The Pig as a translational model for wound healing
MD Biosciences offers various models of wound healing in both rodents and pigs. Skin wound healing is a complex biological process activated by signaling pathways of epithelial and non-epithelial cells, which release a myriad of cytokines and growth factors. While rodent models provide data for earlier research stages, pig models are ideally suited for wound healing efficacy studies. Perhaps one of the most compelling arguments for use of pigs in wound healing studies is the similarity in the physiological processes through which pig and human heal. Pig and human close partial-thickness wounds primarily through re-epithelialization, rather than wound contraction as is the case with small animals such as rodents. Impaired wound healing can also be evaluated by using a diabetic animal.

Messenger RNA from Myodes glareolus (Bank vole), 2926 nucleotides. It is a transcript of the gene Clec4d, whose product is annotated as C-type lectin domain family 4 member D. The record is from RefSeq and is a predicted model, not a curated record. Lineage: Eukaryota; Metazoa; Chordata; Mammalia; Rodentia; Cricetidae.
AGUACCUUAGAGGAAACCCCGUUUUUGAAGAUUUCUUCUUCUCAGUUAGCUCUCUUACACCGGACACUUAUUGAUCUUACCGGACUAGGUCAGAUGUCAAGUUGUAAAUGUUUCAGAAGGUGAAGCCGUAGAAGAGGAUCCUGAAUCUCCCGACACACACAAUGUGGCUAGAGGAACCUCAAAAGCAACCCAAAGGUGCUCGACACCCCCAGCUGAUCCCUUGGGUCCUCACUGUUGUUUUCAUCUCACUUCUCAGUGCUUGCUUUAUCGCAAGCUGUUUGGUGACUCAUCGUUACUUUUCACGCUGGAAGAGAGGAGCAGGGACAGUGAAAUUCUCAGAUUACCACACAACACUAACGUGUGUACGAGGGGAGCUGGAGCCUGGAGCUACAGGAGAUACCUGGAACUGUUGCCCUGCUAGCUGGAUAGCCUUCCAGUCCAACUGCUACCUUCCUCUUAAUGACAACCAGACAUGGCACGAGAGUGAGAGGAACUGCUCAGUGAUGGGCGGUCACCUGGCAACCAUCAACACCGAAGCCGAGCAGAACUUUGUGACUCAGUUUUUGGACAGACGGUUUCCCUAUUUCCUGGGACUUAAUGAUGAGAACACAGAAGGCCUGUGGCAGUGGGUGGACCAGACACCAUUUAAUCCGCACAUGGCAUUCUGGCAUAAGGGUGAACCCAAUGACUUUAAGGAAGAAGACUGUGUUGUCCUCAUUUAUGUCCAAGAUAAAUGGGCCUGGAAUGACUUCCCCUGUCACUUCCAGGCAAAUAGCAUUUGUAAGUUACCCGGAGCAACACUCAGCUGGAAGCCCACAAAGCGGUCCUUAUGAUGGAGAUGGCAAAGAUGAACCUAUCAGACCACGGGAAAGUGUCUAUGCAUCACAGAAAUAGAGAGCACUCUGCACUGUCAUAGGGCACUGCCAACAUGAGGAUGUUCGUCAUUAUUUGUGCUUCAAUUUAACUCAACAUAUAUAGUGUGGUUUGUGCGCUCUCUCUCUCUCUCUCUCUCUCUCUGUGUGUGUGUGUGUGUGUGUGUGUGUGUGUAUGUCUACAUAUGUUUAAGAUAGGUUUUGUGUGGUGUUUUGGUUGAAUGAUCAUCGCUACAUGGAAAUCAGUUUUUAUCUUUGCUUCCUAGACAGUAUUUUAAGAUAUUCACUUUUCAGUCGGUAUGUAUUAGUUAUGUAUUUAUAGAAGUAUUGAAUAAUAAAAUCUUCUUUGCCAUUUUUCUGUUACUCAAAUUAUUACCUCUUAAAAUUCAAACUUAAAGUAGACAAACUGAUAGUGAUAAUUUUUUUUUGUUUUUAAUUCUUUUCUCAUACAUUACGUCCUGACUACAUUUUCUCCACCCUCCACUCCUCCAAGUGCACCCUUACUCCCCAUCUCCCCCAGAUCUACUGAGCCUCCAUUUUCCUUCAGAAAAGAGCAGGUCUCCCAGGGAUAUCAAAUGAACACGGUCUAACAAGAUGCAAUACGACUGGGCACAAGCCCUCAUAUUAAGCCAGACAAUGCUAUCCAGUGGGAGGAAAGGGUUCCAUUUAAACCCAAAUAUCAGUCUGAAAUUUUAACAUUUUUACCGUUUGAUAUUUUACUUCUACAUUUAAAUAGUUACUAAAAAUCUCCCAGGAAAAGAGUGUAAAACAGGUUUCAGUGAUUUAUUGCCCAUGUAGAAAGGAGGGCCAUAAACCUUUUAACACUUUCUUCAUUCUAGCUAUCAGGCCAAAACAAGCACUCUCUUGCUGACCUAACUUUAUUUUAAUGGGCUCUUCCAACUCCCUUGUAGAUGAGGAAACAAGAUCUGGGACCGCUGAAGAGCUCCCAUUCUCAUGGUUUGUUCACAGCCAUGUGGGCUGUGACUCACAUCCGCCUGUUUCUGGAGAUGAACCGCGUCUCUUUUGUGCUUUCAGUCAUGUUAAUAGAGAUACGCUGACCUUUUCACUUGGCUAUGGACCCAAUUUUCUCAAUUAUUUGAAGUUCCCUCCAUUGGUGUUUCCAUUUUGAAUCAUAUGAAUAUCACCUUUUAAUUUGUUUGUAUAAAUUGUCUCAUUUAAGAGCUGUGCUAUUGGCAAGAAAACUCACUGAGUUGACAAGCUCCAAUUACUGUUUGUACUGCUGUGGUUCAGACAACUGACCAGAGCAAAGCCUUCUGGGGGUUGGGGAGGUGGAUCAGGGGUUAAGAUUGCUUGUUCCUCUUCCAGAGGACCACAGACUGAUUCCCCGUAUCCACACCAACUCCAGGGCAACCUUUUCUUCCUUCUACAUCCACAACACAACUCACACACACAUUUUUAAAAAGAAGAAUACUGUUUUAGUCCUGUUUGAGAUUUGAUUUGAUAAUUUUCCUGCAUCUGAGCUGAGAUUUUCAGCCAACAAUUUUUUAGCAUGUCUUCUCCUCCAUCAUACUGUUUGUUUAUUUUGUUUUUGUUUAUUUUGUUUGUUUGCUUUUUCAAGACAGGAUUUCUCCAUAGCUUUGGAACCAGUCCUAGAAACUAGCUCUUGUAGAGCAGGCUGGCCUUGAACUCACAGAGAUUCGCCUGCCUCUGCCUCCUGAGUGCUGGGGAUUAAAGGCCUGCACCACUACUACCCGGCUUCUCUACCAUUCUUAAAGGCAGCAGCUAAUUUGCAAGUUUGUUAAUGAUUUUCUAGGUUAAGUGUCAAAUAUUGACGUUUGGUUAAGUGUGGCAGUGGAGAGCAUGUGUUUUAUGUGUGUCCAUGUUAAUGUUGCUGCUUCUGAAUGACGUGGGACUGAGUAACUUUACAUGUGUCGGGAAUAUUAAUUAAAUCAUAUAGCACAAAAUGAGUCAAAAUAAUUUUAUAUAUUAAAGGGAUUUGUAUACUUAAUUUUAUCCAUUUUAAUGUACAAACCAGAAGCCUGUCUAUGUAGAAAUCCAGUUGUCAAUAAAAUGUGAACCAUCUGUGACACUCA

Inflammatory biomarkers provide information related to mechanisms contributing to inflammatory pain and how well compounds modulate the inflammatory and/or pain response.
Figure 2. Wound area reduction (% relative to incision day (Day 0). Animals were examined on study days 1, 3, 7, 10 and 14. The closure of the incision was monitored, and wound area was compared to baseline at each time point
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